2. The course has pretty much everything you need to know about financial risk management at an intermediate level. The breadth of the topics covered itself is staggering. It will serve you well no matter which niche within risk management you are planning to target.
  3. IIM Bangalore is a prestigious institution and the course curriculum is relevant for a global audience. For those desirous of an all-encompassing financial risk education at the beginner to intermediate level, this really is top grade stuff.

Summary

  • Time to Complete: Around 80-90 hours
  • Available fully online and on-demand.
  • Covers the widest variety of financial risk topics. Well suited for analysts and associates.

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4. Financial Risk Manager Certification from GARP

Why take the FRM?

  1. FRM has really grown in popularity over the last decade. The 2007 crisis boosted the demand for risk managers like nothing before it. The FRM is the gold-standard when it comes to Risk.
  2. FRM is a very comprehensive certification. Its more quanty than the CFA and will take you several years to earn (especially since there is a minimum work-ex requirement).
  3. That last point is my biggest issue with certifications like the CFA and FRM. You can’t get certified without the work-ex, and that sort of defeats the purpose of why you would want to be certified in the first place! You need the CV boost the most at the beginning of your career. This is why the FRM is not #1 on my list.

Summary

  • Time to Complete: Several years (requires relevant work experience).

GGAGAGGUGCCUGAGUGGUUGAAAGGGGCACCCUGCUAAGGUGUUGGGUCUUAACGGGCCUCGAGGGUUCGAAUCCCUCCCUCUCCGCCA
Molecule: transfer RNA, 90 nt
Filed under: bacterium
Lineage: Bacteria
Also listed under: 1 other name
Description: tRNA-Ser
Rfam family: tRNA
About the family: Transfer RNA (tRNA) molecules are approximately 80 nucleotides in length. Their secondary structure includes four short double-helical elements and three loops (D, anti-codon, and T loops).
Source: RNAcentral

• NOT available online or on-demand.
  • The gold standard for Risk Management certifications.

5. MS in Financial Risk Management

Why take this?

  1. Several universities offer full-time risk management programs. Many of these focus on business risks and enterprise risks but some are focused on financial risk management as well.
  2. Most of these courses will come bundled with a lot of other subjects and topics like financial accounting, corporate finance etc. which makes such programs a decent option for finance newbies.
  3. A formal academic program can restrict you to a specific filed so only go for these if you know for a fact that financial risk management is your jam. Maybe you have some years of risk management experience already under your belt and you already know this is what you want.

Summary

  • Time to Complete: Several years
  • These are not online courses but full-fledged graduate programs

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6. Professional Risk Manager (PRM) Designation from PRMIA

Why take the PRM?

  1. The PRM is another globally recognized risk certification. It focuses mainly on financial risk management principles related to market risk, credit risk and operational risk.
  2. You need to clear four exams in a span of two years to earn the designation. Topics include ethics, risk management practices, financial theory and market instruments and the mathematical aspects of risk measurement.
  3. PRM is a decent risk designation but the experience requirements are too high in my opinion. Which means you wont get the benefit when you need it the most – at the very beginning of your career.

Summary

  • Time to Complete: Usually takes several years. Also requires minimum work experience of 2-4 years and academic qualifications.  Please check the website for exact requirements.
  • NOT available online or on-demand.
  • Requires an ongoing commitment to maintain the designation.
About the Author

Gaurav Sharma

Gaurav started his career as a Corporate and Investment Banking intern at Citi in 2009 and eventually ended up as an Associate Director at Standard Chartered Bank’s Wholesale Banking division a few years later. By 2016, Gaurav was consulting FinTech start-ups in London with product development in the institutional banking space. He also advises mid-market Private Equity/ Asset Management firms and Banks in North America and Europe with investments in the financial services and FinTech sector. Gaurav writes on topics ranging from European Union banking regulations and FinTech to Blockchain startups and the inevitable rise of our AI overlords! He has an Engineering degree in Computer Science and an MBA with a double major in Finance and Marketing. He is also a Certified Financial Risk Manager.